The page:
Soyuz & Vega at the Spaceport
The Spaceport is readied for Soyuz' first flight later this year
April 15, 2010
The new Soyuz launch site in French Guiana is entering its final phase of preparations, with qualification testing of the facility’s infrastructure now underway and the construction of its 50-meter-tall mobile gantry well advanced. The inaugural flight for Arianespace’s newest addition to its launch vehicle family is anticipated in September, carrying the Avanti Communications Group’s HYLAS 1 broadband communications satellite as its payload.
Current technical qualification testing at the Soyuz facility includes validation of its launch site’s mechanical elements, such as the launch system umbilical arms and vehicles used for fueling of the Soyuz. Also being tested is the distribution network for the various gases used during a launch campaign, including air for ventilation of the launch vehicle and its payload, along with nitrogen and helium.
“We will be performing some 10 different qualification test campaigns to verify that each system works in its own element,” explained Bruno Gerard, Arianespace’s project head for Soyuz at the Spaceport. “These campaigns will continue for the next several months, and will be followed by operational testing, which will use an actual launch vehicle to validate that everything works together.”
In parallel activity, the Soyuz mobile gantry is nearing completion of its metal structural framework build-up. The gantry has now risen to a height of 39 meters, and ultimately will top out at over 50 meters when its roof is added. Once the framework is completed, the gantry then will receive its external metallic covering, and also be outfitted with mission support equipment, as well as the internal movable work platforms that provide access to Soyuz at various levels up to a height of 36 meters.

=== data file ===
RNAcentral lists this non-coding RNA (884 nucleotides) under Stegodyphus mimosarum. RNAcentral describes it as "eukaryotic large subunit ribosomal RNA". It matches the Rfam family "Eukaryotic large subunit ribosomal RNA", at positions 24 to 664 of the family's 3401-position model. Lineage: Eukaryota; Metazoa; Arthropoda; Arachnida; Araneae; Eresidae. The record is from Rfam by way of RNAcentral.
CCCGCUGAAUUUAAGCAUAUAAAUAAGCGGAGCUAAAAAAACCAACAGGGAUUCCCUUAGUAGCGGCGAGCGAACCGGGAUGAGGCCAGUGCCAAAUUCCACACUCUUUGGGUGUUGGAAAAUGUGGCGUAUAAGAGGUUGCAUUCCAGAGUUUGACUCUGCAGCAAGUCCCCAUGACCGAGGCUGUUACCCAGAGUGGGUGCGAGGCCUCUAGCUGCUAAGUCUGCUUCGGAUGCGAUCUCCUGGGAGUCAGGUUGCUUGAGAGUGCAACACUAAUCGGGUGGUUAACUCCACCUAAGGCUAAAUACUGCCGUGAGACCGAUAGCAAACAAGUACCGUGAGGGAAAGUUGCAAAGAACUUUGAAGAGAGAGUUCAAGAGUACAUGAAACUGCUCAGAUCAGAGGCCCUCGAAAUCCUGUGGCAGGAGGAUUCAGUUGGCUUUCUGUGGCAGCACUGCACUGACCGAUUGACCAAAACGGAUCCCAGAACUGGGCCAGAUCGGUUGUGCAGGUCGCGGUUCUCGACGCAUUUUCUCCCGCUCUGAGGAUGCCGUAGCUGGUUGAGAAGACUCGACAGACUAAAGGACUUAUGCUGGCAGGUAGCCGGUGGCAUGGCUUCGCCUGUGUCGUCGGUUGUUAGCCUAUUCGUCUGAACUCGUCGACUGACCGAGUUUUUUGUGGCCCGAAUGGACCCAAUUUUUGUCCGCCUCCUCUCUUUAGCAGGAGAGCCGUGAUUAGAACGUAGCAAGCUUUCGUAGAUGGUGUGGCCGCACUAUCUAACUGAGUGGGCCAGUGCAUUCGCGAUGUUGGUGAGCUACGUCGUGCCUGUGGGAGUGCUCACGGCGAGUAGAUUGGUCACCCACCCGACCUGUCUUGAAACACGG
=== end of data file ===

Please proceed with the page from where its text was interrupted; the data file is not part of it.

The gantry is one of the major differences at the Spaceport’s new home for Soyuz when compared
to the workhorse vehicle’s long-existing launch sites at Baikonur Cosmodrome in Kazakhstan and Plesetsk Cosmodrome in northern Russia.
It allows for the vertical installation of payloads on the launch vehicle – which is typical in Western operations, rather than the horizontal procedures used in Soyuz operations from the Baikonur and Plesetsk Cosmodromes. The gantry also provides a protected environment for the launcher, and enables customer access to the payload when required prior to final countdown.
Construction of the gantry is managed by the French CNES space agency (which oversees operations and infrastructure at the Spaceport), and includes Rheinmetall Italy, along with the KBOM General Engineering Design Bureau and MIR – two of the Russian companies involved in developing the new Soyuz launch site.